Mitigation and adaptation
Australia’s climate will change in increasingly significant ways over the coming decades due to global emissions of greenhouse gases. The impacts of climate change present substantial new risks for most sectors of business, across all levels of government, and to all communities. Kangaroo Islanders have started thinking about these future challenges but there is much work to be done if we are to be proactive in minimising future risk and cost.
There are two main categories of human responses to climate change: mitigation and adaptation. Both types of response help to reduce the risks of climate change.
Mitigation refers to actions we can individually and collectively take to reduce the future magnitude and rate of climate change. This means drastically reducing our emissions of greenhouse gases, especially carbon dioxide and methane, to reduce future risk and future cost.
As Australians are currently amongst the world’s highest per capita emitters of greenhouse gases, mitigation is the globally responsible thing to do and provides us with a great way to lead the change.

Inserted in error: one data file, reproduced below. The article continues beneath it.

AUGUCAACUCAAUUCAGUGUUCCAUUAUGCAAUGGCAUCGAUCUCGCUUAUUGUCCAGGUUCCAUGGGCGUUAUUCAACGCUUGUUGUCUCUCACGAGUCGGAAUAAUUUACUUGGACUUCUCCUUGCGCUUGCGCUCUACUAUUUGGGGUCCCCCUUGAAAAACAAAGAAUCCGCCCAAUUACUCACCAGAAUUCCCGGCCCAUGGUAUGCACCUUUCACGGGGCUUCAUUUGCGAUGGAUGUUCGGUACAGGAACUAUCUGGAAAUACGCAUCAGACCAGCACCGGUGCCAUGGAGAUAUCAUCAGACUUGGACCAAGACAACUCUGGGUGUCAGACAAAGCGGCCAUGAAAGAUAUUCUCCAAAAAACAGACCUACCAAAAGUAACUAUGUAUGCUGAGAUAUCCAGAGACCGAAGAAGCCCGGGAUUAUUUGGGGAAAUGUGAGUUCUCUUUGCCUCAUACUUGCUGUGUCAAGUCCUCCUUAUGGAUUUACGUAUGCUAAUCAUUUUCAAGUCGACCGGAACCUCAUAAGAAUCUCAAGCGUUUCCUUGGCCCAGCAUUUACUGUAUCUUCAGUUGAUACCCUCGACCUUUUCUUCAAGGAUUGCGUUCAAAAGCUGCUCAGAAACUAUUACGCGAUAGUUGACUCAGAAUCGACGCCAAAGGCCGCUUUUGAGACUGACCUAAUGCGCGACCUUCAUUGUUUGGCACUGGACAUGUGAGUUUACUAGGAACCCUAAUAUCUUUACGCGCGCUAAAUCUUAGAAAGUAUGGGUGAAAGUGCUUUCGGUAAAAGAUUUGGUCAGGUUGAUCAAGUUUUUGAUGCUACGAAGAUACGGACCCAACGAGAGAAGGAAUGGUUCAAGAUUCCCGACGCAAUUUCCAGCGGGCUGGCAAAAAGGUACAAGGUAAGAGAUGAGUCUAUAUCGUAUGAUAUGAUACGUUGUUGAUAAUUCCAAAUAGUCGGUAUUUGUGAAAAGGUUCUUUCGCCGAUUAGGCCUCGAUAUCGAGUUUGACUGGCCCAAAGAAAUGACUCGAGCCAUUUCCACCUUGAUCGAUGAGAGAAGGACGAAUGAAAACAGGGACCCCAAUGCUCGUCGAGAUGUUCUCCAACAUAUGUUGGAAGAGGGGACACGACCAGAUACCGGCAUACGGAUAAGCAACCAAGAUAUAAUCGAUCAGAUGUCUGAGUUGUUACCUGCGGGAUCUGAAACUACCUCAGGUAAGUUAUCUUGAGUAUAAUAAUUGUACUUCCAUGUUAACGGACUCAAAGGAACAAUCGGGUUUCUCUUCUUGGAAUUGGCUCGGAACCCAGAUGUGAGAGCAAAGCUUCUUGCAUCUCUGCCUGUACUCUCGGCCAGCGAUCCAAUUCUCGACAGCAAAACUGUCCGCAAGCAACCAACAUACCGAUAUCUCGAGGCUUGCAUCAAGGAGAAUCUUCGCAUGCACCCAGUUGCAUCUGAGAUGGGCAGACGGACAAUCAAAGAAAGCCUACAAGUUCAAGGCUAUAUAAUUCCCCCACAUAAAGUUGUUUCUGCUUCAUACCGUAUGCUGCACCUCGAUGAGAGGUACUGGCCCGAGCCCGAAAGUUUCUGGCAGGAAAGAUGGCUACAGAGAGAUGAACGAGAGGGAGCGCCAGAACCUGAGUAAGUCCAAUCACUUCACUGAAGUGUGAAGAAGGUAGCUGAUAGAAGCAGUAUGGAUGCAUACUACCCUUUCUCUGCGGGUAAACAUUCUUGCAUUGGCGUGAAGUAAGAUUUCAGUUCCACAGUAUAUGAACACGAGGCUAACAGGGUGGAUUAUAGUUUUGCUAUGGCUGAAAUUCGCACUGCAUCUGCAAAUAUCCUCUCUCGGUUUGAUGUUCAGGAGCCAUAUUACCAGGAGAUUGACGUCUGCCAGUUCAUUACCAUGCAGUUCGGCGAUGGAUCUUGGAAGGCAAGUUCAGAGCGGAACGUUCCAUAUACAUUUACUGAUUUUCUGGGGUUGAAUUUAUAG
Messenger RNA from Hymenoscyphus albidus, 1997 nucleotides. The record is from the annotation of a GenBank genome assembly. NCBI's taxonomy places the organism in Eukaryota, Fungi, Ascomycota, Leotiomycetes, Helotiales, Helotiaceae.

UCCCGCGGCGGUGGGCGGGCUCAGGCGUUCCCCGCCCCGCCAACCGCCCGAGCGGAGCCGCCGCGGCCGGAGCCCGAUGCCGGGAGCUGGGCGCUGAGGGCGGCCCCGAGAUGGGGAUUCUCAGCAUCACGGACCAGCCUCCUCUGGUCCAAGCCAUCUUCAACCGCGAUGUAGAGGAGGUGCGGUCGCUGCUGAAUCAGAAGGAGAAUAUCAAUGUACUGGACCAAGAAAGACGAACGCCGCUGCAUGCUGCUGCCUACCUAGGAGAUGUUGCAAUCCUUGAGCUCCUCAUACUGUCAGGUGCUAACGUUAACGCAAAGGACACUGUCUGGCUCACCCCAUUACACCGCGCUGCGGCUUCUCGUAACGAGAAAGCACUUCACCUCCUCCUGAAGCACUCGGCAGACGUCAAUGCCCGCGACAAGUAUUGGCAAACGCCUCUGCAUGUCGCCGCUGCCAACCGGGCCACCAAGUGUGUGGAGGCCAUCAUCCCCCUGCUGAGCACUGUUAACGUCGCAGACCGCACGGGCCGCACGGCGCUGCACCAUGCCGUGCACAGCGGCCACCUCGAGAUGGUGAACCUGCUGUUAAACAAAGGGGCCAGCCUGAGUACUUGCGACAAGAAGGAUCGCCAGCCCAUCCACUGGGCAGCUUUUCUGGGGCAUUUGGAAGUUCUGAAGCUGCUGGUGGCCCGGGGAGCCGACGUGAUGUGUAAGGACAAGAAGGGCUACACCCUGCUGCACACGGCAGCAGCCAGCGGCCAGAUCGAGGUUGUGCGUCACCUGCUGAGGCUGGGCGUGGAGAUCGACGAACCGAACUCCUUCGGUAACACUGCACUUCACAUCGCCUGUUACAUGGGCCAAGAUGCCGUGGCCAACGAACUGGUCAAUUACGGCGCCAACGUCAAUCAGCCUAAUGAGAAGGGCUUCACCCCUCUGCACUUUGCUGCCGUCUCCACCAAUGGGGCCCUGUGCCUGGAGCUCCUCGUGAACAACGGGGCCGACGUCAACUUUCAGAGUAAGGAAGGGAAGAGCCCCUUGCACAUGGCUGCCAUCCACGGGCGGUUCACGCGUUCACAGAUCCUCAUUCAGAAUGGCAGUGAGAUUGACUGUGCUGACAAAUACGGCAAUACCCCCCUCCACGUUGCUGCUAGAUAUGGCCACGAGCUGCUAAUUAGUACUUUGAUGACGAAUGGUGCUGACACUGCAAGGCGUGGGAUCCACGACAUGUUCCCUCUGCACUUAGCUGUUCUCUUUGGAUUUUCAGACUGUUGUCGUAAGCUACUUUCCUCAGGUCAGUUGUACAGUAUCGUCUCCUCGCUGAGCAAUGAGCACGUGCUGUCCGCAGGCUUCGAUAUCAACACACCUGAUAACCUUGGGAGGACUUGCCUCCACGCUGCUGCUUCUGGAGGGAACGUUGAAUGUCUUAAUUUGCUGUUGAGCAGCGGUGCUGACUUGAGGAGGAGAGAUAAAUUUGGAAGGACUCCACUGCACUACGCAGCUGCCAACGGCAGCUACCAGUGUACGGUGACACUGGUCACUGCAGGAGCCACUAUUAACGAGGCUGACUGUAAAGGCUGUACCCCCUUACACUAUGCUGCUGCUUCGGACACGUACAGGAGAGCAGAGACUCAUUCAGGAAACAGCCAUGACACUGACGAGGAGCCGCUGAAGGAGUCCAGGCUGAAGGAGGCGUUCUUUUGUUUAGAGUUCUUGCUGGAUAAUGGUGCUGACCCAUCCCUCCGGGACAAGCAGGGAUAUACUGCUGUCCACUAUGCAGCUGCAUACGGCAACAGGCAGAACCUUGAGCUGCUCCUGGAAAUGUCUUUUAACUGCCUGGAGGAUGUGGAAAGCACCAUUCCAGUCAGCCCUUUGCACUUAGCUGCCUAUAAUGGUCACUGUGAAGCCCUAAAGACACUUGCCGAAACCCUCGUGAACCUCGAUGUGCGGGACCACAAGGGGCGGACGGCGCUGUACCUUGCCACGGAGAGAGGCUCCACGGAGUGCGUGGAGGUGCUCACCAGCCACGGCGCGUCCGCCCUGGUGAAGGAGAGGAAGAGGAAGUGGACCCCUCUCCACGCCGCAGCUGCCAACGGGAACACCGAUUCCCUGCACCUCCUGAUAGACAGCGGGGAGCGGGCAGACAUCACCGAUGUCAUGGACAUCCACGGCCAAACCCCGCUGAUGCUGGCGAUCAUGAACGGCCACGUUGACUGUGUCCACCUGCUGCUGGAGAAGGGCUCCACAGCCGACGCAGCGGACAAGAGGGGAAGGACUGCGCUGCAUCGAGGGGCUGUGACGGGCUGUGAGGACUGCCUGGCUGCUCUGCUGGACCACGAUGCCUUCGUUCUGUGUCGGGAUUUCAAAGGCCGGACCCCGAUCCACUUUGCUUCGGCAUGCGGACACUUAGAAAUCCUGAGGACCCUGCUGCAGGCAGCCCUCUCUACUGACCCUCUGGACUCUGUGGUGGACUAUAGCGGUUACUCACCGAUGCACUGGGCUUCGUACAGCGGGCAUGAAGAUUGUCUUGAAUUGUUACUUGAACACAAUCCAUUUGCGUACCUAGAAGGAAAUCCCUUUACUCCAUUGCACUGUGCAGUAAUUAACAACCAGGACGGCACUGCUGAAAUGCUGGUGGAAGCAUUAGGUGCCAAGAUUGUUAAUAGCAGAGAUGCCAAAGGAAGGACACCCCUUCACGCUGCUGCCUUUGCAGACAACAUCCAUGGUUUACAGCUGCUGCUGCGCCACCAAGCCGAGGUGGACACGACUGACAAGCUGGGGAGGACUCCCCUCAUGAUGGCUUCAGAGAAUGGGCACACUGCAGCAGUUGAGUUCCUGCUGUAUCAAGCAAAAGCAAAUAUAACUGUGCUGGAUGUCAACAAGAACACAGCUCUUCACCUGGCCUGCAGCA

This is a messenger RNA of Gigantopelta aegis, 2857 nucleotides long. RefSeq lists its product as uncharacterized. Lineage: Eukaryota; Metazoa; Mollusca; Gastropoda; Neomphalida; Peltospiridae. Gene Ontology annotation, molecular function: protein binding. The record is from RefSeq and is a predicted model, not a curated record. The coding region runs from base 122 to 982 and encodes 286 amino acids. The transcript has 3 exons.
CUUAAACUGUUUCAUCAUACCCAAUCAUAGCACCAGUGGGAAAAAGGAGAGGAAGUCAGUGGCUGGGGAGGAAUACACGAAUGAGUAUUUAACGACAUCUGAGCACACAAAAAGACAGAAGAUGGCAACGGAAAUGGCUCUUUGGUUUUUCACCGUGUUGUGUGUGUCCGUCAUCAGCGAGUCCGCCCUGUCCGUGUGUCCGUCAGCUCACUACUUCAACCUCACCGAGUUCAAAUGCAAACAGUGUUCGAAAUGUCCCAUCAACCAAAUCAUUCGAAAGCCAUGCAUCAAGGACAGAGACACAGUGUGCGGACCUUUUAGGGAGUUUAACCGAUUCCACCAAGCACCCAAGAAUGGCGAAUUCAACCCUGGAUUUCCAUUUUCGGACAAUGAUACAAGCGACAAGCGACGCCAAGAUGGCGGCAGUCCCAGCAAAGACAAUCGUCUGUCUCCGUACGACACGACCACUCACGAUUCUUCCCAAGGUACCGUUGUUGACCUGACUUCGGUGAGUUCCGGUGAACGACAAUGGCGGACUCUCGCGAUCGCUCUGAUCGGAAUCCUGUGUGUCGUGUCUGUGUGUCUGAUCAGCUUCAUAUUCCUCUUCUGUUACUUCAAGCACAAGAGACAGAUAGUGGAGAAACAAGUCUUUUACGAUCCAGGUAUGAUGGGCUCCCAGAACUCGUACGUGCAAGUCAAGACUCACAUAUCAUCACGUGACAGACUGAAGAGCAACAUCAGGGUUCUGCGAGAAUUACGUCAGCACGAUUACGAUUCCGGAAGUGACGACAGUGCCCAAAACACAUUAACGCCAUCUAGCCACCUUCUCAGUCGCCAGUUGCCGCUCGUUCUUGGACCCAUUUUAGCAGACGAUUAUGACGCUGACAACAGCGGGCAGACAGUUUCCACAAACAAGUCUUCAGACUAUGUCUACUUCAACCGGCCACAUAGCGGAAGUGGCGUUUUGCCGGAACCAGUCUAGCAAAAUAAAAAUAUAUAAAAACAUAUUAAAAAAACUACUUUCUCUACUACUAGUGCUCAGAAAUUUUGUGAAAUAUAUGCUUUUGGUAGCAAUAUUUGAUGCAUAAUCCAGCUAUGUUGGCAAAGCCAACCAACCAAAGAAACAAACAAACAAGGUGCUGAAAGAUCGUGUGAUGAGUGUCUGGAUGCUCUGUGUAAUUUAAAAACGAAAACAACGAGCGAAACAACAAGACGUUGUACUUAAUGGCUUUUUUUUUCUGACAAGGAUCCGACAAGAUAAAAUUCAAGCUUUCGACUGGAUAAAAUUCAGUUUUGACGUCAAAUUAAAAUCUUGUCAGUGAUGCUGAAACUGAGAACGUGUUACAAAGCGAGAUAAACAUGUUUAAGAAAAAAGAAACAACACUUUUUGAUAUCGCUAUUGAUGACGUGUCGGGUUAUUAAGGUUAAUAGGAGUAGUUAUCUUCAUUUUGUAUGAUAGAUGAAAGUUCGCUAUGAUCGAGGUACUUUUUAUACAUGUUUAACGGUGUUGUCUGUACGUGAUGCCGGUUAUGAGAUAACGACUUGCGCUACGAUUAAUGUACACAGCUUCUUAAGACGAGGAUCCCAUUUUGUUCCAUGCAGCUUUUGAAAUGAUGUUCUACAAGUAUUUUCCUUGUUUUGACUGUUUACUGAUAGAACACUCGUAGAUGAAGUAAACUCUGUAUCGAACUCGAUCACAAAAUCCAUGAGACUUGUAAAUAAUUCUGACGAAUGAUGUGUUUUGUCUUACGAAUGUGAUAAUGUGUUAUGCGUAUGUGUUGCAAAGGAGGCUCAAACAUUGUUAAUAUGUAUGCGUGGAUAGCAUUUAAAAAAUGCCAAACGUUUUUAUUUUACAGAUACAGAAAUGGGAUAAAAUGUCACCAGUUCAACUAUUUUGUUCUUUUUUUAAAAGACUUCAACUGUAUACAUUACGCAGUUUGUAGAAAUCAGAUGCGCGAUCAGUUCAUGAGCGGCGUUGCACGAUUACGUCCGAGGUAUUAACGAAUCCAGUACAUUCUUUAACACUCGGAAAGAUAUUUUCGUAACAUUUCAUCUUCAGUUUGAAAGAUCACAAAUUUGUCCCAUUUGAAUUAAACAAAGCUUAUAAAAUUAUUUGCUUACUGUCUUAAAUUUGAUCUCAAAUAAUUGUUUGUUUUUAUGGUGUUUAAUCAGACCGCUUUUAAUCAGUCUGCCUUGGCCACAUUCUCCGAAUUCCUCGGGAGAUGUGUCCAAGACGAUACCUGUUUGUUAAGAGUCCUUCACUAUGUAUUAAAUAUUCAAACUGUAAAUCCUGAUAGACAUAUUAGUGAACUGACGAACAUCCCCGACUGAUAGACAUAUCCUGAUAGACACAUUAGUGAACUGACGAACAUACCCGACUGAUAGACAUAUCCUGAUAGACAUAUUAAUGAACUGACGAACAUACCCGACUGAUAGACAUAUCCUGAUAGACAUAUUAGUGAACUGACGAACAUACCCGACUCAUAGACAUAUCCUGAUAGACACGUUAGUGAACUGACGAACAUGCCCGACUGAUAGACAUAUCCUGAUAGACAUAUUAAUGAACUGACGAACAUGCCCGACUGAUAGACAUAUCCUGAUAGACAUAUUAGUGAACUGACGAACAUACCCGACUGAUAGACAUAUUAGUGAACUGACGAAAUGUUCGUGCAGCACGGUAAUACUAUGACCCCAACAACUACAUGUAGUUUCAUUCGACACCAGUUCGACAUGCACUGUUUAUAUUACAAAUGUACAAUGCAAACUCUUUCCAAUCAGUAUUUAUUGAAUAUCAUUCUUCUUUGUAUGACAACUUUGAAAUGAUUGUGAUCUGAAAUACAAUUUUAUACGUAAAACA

Adaptation refers to measures we can take to prepare for and cope with the climate change that can no longer be avoided. Actions aim to reduce the impacts of a warming climate on humans and the natural world. Adaptation presents new challenges for business and policy decision-makers - it will take time to build the skills and knowledge needed to make the best decisions. Adaptation planning will enable Australia to reduce negative impacts of climate change and to take advantage of any positive effects.
As humans have already released enough greenhouse gases to alter the climate for decades or centuries to come, adaptation is the locally responsible thing to do.
If decisions about major infrastructure investment, land use planning and building design don’t take climate change into account, they may create greater costs and risks in the future. Different planning tools are available to consider climate change, such as the adaptive pathways approach.
Joint KI NRM Board and KI Council Position Statement
In response to the looming challenges posed by climate change and the need for solid leadership on the matter, the board and the council have developed a joint climate change position statement.
BIG issue paper on climate change
A BIG issue paper has been developed on climate change strategies for Kangaroo Island as an outcome of community consultations in 2014.